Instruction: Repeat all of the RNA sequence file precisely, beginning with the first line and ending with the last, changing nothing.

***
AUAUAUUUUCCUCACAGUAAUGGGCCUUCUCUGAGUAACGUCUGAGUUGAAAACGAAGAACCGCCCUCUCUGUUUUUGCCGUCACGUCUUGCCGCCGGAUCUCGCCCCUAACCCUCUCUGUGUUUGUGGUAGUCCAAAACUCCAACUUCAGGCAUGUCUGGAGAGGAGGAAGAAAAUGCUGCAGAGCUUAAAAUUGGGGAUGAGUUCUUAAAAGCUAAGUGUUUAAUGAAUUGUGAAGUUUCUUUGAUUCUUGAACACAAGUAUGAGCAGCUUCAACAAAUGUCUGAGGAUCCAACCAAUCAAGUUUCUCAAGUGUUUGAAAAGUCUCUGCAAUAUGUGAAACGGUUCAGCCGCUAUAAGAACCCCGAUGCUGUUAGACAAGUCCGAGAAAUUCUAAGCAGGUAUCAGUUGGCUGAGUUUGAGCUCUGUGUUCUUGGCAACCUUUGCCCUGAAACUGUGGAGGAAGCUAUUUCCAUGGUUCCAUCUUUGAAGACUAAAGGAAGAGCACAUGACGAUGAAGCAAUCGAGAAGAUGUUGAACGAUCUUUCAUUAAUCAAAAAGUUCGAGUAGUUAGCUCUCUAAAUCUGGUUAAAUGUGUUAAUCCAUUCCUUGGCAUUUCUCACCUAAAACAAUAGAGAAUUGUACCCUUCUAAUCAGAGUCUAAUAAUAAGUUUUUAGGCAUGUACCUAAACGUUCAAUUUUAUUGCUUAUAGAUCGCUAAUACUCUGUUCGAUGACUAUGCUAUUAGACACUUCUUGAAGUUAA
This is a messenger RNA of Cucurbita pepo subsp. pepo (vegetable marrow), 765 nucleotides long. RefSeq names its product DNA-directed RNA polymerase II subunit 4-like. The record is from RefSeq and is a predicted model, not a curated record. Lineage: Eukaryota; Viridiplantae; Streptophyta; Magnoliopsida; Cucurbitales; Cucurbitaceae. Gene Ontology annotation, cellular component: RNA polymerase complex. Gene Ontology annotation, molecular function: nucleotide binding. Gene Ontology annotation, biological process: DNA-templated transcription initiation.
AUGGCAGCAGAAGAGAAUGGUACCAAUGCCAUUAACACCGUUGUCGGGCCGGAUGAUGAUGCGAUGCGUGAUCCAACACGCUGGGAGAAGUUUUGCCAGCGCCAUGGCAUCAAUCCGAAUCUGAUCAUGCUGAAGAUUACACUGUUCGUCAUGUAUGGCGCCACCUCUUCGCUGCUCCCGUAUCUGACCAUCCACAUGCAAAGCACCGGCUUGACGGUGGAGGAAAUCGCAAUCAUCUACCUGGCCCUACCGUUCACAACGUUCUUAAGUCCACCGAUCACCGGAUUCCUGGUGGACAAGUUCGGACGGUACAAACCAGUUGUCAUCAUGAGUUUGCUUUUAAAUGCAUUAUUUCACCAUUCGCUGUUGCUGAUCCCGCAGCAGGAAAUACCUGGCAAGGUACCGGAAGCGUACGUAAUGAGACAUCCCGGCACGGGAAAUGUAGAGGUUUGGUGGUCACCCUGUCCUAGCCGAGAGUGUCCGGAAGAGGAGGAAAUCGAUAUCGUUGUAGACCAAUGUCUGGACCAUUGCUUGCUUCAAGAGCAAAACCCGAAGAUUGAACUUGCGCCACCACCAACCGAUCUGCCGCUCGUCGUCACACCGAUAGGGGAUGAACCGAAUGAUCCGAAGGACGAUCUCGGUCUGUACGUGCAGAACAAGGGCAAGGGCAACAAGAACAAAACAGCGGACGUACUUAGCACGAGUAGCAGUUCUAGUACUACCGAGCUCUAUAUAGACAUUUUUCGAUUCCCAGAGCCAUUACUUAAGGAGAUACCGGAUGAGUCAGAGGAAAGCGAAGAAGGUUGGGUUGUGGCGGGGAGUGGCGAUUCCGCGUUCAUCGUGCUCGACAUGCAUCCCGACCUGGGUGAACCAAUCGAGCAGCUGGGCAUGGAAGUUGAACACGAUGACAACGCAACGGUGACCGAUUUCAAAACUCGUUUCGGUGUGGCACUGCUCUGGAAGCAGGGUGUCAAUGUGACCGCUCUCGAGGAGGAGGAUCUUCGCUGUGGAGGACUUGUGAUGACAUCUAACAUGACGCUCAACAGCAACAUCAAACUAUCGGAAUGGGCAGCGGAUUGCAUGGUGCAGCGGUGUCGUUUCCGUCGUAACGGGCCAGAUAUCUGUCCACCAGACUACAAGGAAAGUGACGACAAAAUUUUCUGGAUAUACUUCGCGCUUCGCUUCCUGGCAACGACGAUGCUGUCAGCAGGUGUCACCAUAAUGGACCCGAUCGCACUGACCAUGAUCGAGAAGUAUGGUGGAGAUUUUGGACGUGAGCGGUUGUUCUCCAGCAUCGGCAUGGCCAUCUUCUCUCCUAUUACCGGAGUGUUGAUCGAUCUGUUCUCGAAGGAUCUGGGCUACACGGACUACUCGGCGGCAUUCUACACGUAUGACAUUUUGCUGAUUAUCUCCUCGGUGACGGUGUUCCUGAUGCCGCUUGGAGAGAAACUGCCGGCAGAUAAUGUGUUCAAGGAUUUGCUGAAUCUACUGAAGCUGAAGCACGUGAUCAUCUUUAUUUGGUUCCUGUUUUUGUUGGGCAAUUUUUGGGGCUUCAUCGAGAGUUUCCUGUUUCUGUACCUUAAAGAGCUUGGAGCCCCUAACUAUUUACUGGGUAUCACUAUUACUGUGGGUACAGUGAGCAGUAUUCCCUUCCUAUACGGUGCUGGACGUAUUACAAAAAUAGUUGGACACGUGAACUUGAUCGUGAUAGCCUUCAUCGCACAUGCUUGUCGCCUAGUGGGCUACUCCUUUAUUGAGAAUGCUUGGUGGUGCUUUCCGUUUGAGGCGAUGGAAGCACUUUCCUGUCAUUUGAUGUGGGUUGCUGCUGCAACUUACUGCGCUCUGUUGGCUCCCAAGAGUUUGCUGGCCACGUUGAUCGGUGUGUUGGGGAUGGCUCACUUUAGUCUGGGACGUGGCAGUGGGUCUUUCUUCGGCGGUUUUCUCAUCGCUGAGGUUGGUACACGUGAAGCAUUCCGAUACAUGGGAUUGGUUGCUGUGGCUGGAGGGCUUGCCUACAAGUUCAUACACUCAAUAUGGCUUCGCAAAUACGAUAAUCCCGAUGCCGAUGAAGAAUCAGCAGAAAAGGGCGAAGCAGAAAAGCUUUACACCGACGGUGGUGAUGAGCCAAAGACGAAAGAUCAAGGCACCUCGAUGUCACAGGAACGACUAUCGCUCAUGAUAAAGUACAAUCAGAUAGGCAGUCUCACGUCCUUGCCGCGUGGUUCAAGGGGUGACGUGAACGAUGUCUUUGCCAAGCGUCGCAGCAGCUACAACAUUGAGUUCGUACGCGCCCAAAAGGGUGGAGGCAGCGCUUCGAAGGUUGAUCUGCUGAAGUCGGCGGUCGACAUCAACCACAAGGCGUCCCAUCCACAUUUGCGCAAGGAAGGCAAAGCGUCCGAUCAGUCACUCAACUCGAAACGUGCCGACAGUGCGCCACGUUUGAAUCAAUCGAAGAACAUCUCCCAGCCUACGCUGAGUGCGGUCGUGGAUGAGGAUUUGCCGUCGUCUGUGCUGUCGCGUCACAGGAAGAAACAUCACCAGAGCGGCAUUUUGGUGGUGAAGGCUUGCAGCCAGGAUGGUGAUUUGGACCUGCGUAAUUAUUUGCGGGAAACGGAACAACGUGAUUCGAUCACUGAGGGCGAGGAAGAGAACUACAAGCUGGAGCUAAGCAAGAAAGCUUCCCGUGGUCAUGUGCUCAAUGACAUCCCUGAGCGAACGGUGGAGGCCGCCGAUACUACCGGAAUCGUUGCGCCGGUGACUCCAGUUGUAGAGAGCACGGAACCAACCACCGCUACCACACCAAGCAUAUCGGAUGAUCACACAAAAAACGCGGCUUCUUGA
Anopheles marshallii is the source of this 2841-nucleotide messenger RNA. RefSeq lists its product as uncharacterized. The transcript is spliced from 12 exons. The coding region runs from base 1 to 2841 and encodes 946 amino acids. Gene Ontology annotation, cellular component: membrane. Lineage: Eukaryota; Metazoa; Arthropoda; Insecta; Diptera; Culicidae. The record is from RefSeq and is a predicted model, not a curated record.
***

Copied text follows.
AUAUAUUUUCCUCACAGUAAUGGGCCUUCUCUGAGUAACGUCUGAGUUGAAAACGAAGAACCGCCCUCUCUGUUUUUGCCGUCACGUCUUGCCGCCGGAUCUCGCCCCUAACCCUCUCUGUGUUUGUGGUAGUCCAAAACUCCAACUUCAGGCAUGUCUGGAGAGGAGGAAGAAAAUGCUGCAGAGCUUAAAAUUGGGGAUGAGUUCUUAAAAGCUAAGUGUUUAAUGAAUUGUGAAGUUUCUUUGAUUCUUGAACACAAGUAUGAGCAGCUUCAACAAAUGUCUGAGGAUCCAACCAAUCAAGUUUCUCAAGUGUUUGAAAAGUCUCUGCAAUAUGUGAAACGGUUCAGCCGCUAUAAGAACCCCGAUGCUGUUAGACAAGUCCGAGAAAUUCUAAGCAGGUAUCAGUUGGCUGAGUUUGAGCUCUGUGUUCUUGGCAACCUUUGCCCUGAAACUGUGGAGGAAGCUAUUUCCAUGGUUCCAUCUUUGAAGACUAAAGGAAGAGCACAUGACGAUGAAGCAAUCGAGAAGAUGUUGAACGAUCUUUCAUUAAUCAAAAAGUUCGAGUAGUUAGCUCUCUAAAUCUGGUUAAAUGUGUUAAUCCAUUCCUUGGCAUUUCUCACCUAAAACAAUAGAGAAUUGUACCCUUCUAAUCAGAGUCUAAUAAUAAGUUUUUAGGCAUGUACCUAAACGUUCAAUUUUAUUGCUUAUAGAUCGCUAAUACUCUGUUCGAUGACUAUGCUAUUAGACACUUCUUGAAGUUAA
This is a messenger RNA of Cucurbita pepo subsp. pepo (vegetable marrow), 765 nucleotides long. RefSeq names its product DNA-directed RNA polymerase II subunit 4-like. The record is from RefSeq and is a predicted model, not a curated record. Lineage: Eukaryota; Viridiplantae; Streptophyta; Magnoliopsida; Cucurbitales; Cucurbitaceae. Gene Ontology annotation, cellular component: RNA polymerase complex. Gene Ontology annotation, molecular function: nucleotide binding. Gene Ontology annotation, biological process: DNA-templated transcription initiation.
AUGGCAGCAGAAGAGAAUGGUACCAAUGCCAUUAACACCGUUGUCGGGCCGGAUGAUGAUGCGAUGCGUGAUCCAACACGCUGGGAGAAGUUUUGCCAGCGCCAUGGCAUCAAUCCGAAUCUGAUCAUGCUGAAGAUUACACUGUUCGUCAUGUAUGGCGCCACCUCUUCGCUGCUCCCGUAUCUGACCAUCCACAUGCAAAGCACCGGCUUGACGGUGGAGGAAAUCGCAAUCAUCUACCUGGCCCUACCGUUCACAACGUUCUUAAGUCCACCGAUCACCGGAUUCCUGGUGGACAAGUUCGGACGGUACAAACCAGUUGUCAUCAUGAGUUUGCUUUUAAAUGCAUUAUUUCACCAUUCGCUGUUGCUGAUCCCGCAGCAGGAAAUACCUGGCAAGGUACCGGAAGCGUACGUAAUGAGACAUCCCGGCACGGGAAAUGUAGAGGUUUGGUGGUCACCCUGUCCUAGCCGAGAGUGUCCGGAAGAGGAGGAAAUCGAUAUCGUUGUAGACCAAUGUCUGGACCAUUGCUUGCUUCAAGAGCAAAACCCGAAGAUUGAACUUGCGCCACCACCAACCGAUCUGCCGCUCGUCGUCACACCGAUAGGGGAUGAACCGAAUGAUCCGAAGGACGAUCUCGGUCUGUACGUGCAGAACAAGGGCAAGGGCAACAAGAACAAAACAGCGGACGUACUUAGCACGAGUAGCAGUUCUAGUACUACCGAGCUCUAUAUAGACAUUUUUCGAUUCCCAGAGCCAUUACUUAAGGAGAUACCGGAUGAGUCAGAGGAAAGCGAAGAAGGUUGGGUUGUGGCGGGGAGUGGCGAUUCCGCGUUCAUCGUGCUCGACAUGCAUCCCGACCUGGGUGAACCAAUCGAGCAGCUGGGCAUGGAAGUUGAACACGAUGACAACGCAACGGUGACCGAUUUCAAAACUCGUUUCGGUGUGGCACUGCUCUGGAAGCAGGGUGUCAAUGUGACCGCUCUCGAGGAGGAGGAUCUUCGCUGUGGAGGACUUGUGAUGACAUCUAACAUGACGCUCAACAGCAACAUCAAACUAUCGGAAUGGGCAGCGGAUUGCAUGGUGCAGCGGUGUCGUUUCCGUCGUAACGGGCCAGAUAUCUGUCCACCAGACUACAAGGAAAGUGACGACAAAAUUUUCUGGAUAUACUUCGCGCUUCGCUUCCUGGCAACGACGAUGCUGUCAGCAGGUGUCACCAUAAUGGACCCGAUCGCACUGACCAUGAUCGAGAAGUAUGGUGGAGAUUUUGGACGUGAGCGGUUGUUCUCCAGCAUCGGCAUGGCCAUCUUCUCUCCUAUUACCGGAGUGUUGAUCGAUCUGUUCUCGAAGGAUCUGGGCUACACGGACUACUCGGCGGCAUUCUACACGUAUGACAUUUUGCUGAUUAUCUCCUCGGUGACGGUGUUCCUGAUGCCGCUUGGAGAGAAACUGCCGGCAGAUAAUGUGUUCAAGGAUUUGCUGAAUCUACUGAAGCUGAAGCACGUGAUCAUCUUUAUUUGGUUCCUGUUUUUGUUGGGCAAUUUUUGGGGCUUCAUCGAGAGUUUCCUGUUUCUGUACCUUAAAGAGCUUGGAGCCCCUAACUAUUUACUGGGUAUCACUAUUACUGUGGGUACAGUGAGCAGUAUUCCCUUCCUAUACGGUGCUGGACGUAUUACAAAAAUAGUUGGACACGUGAACUUGAUCGUGAUAGCCUUCAUCGCACAUGCUUGUCGCCUAGUGGGCUACUCCUUUAUUGAGAAUGCUUGGUGGUGCUUUCCGUUUGAGGCGAUGGAAGCACUUUCCUGUCAUUUGAUGUGGGUUGCUGCUGCAACUUACUGCGCUCUGUUGGCUCCCAAGAGUUUGCUGGCCACGUUGAUCGGUGUGUUGGGGAUGGCUCACUUUAGUCUGGGACGUGGCAGUGGGUCUUUCUUCGGCGGUUUUCUCAUCGCUGAGGUUGGUACACGUGAAGCAUUCCGAUACAUGGGAUUGGUUGCUGUGGCUGGAGGGCUUGCCUACAAGUUCAUACACUCAAUAUGGCUUCGCAAAUACGAUAAUCCCGAUGCCGAUGAAGAAUCAGCAGAAAAGGGCGAAGCAGAAAAGCUUUACACCGACGGUGGUGAUGAGCCAAAGACGAAAGAUCAAGGCACCUCGAUGUCACAGGAACGACUAUCGCUCAUGAUAAAGUACAAUCAGAUAGGCAGUCUCACGUCCUUGCCGCGUGGUUCAAGGGGUGACGUGAACGAUGUCUUUGCCAAGCGUCGCAGCAGCUACAACAUUGAGUUCGUACGCGCCCAAAAGGGUGGAGGCAGCGCUUCGAAGGUUGAUCUGCUGAAGUCGGCGGUCGACAUCAACCACAAGGCGUCCCAUCCACAUUUGCGCAAGGAAGGCAAAGCGUCCGAUCAGUCACUCAACUCGAAACGUGCCGACAGUGCGCCACGUUUGAAUCAAUCGAAGAACAUCUCCCAGCCUACGCUGAGUGCGGUCGUGGAUGAGGAUUUGCCGUCGUCUGUGCUGUCGCGUCACAGGAAGAAACAUCACCAGAGCGGCAUUUUGGUGGUGAAGGCUUGCAGCCAGGAUGGUGAUUUGGACCUGCGUAAUUAUUUGCGGGAAACGGAACAACGUGAUUCGAUCACUGAGGGCGAGGAAGAGAACUACAAGCUGGAGCUAAGCAAGAAAGCUUCCCGUGGUCAUGUGCUCAAUGACAUCCCUGAGCGAACGGUGGAGGCCGCCGAUACUACCGGAAUCGUUGCGCCGGUGACUCCAGUUGUAGAGAGCACGGAACCAACCACCGCUACCACACCAAGCAUAUCGGAUGAUCACACAAAAAACGCGGCUUCUUGA
Anopheles marshallii is the source of this 2841-nucleotide messenger RNA. RefSeq lists its product as uncharacterized. The transcript is spliced from 12 exons. The coding region runs from base 1 to 2841 and encodes 946 amino acids. Gene Ontology annotation, cellular component: membrane. Lineage: Eukaryota; Metazoa; Arthropoda; Insecta; Diptera; Culicidae. The record is from RefSeq and is a predicted model, not a curated record.